This week, I was reading a few different posts from some bloggers who are considering fostering dogs in their homes. We don’t foster anymore, because our house can really only hold four dogs within its walls, but we used to foster for a local Greyhound group that no longer exists. Actually, that’s how Lilac and Blueberry came to be members of our family.
Still, the questions about fostering reminded me of those times when we were a foster family. At that time, we were a two dog, two cat household. We had our first two Greyhounds, Treat, a perfect little brindle and Hawk, a big white fellow with brindle spots. Actually, Hawk still lived with us back when the blog first started. We also had Scamp, a little Norwegian Forest Cat who was born under my bed when I was attending college and Blizzard, a solid white half deaf curmudgeon.
Of course, we had a few reservations when we first started fostering. We worried that we’d fall in love with the dog and not be able to part with it when the time came for it to be adopted. The safety of our current pair of dogs was important to us, too, and we were vigilant about supervising interactions between them and our fosters, but we never, ever had any kind of disagreement between any dogs here at our house. We also worried that perhaps the foster would cheat on the cat test and then come to our house and reveal itself to be a cat-eating demon. However, we took the leap anyway, and only one of the fosters we got turned out to have been a cheater on the test.
The truth is, we loved fostering and it was a really rewarding experience. It’s also a family affair to help your foster dog find a home. Everyone in our family was involved in helping the foster find a new home.
Treat and Hawk were great teachers. The fosters would follow them and quickly learned to do our back stairs by watching the two of them do it. They also quickly learned our routines from them. Treat and Hawk showed them how to let us know when they needed to go outside. They also helped us teach them leash manners. Seeing the two of them face the world taught our fosters so much faster than we could have on our own, especially with the shy dogs we encountered.
Blizzard was The Enforcer. For the most part, he only ever really liked me and Scamp. If I got after a foster dog for something, he appeared from the basement and quickly became the long arm of the law. He was completely declawed before we got him, but he didn’t need claws to make his point. On more than one occasion, he taught our fosters that they had better respect him and me. I recall one little fawn dog named Honey who was determined to get a dirty plate in the kitchen sink. I had scolded her a first, second and third time. The fourth time, she turned from the sink, walked into the living room, but then bee lined right back to the kitchen. In exasperation, I got up and headed to the kitchen to correct her. Blizzard appeared before I got there and popped her little nose about six times in quick succession. The stunned little foster retreated to the living room, laid down on a dog bed and didn’t get up until turn out time. I can still picture the look of surprise on her face.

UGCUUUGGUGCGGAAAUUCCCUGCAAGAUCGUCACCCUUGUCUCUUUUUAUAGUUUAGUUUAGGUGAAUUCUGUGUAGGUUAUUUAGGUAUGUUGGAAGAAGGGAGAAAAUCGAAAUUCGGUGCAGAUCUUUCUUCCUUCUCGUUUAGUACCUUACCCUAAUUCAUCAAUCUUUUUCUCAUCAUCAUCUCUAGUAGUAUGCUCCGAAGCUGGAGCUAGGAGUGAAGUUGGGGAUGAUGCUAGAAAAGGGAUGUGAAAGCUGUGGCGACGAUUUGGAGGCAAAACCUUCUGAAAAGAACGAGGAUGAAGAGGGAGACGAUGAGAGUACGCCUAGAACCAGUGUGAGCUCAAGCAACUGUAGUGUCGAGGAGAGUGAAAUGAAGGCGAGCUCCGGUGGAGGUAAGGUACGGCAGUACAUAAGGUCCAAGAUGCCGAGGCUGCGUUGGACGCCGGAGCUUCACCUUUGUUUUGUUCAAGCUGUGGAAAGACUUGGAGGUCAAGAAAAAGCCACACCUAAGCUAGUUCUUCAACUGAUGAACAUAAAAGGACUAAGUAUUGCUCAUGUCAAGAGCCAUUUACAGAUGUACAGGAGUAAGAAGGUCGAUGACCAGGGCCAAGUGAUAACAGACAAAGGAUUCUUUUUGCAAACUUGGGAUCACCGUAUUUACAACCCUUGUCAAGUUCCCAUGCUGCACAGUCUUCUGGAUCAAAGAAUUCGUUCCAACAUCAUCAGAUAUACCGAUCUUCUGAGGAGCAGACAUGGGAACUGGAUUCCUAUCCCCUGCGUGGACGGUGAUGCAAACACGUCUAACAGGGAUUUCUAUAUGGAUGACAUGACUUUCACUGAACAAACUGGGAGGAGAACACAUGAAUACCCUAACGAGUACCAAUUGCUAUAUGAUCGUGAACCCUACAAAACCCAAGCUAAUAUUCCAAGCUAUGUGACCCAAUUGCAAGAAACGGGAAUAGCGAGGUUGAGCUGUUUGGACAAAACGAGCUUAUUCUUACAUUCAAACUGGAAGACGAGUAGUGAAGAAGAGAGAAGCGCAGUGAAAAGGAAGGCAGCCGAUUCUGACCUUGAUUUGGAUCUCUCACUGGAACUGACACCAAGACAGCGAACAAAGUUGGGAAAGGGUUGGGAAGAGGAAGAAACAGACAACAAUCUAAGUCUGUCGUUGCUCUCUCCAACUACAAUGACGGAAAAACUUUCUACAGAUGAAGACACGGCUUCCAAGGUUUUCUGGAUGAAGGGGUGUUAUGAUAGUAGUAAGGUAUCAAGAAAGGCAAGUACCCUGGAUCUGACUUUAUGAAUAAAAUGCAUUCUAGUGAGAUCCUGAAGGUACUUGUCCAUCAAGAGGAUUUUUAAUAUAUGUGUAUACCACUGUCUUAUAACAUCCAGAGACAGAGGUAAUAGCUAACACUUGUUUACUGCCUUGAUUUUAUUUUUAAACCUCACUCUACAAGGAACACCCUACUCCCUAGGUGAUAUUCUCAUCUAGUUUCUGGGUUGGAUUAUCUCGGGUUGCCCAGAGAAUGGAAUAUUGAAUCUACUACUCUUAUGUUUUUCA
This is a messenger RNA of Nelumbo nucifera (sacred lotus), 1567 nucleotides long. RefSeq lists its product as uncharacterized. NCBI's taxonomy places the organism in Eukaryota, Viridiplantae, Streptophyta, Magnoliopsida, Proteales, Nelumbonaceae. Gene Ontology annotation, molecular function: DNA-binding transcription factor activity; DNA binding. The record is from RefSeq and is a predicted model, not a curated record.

However, I think Scamp had the most unique job when it came to finding homes for our fosters. She was, I kid you not, the Vanna White of foster dogs. When potential families would arrive to meet a foster dog, we’d invite them in and spend some time talking with them and sharing what we knew about them. Often, they would want to know how they got along with other dogs or the cats if they had either at their house. I can recall one woman in particular who was about to be a first time dog owner. She had several cats at her house. Her big concern was how Pluto would do with her cats. At that moment, Scamp appeared and began walking back and forth in front of Pluto. She even threw in tail flourishes, wrapping her fluffy tail around his neck and snout as she sashayed past him. It was what the woman needed to see. Pluto went home to live with a house full of cats and did quite well. I saw Scamp do that quite a few times with the eighteen fosters who passed through our house.
After Pluto, and several others, left, Mr. Taleteller and I had a good laugh. I have no idea how Scamp knew that the Vanna White showcase routine was called for, but it really did look like she was showcasing them, just like Vanna would do on The Wheel of Fortune. She had a knack for showing the dogs to their best advantage that we could never have trained her for. We often joked that she knew how to get those extra dogs our of our house, although she generally did not mind the dogs. That was Blizzard’s domain and he did a great job disdaining them and letting them know that he was lord of all. I do know that Scamp helped quite a few dogs find their permanent homes.
Thinking back about it, though, does reinforce for me that fostering dogs, or any other animal, for that matter, requires everyone in the family to be on board with the situation. Everybody has a role to play in getting a foster dog ready for adoption. If it’s something you’ve ever considered doing, I strongly recommend giving it a try. It was a great feeling for us, knowing the dogs we helped would go on to wonderful homes and seeing them months later at reunions with their happy families. We went into it knowing that they wouldn’t be staying forever and while it was sometimes a little sad to see them go, there was always another foster waiting who needed a home to crash in while waiting for the perfect family to come along.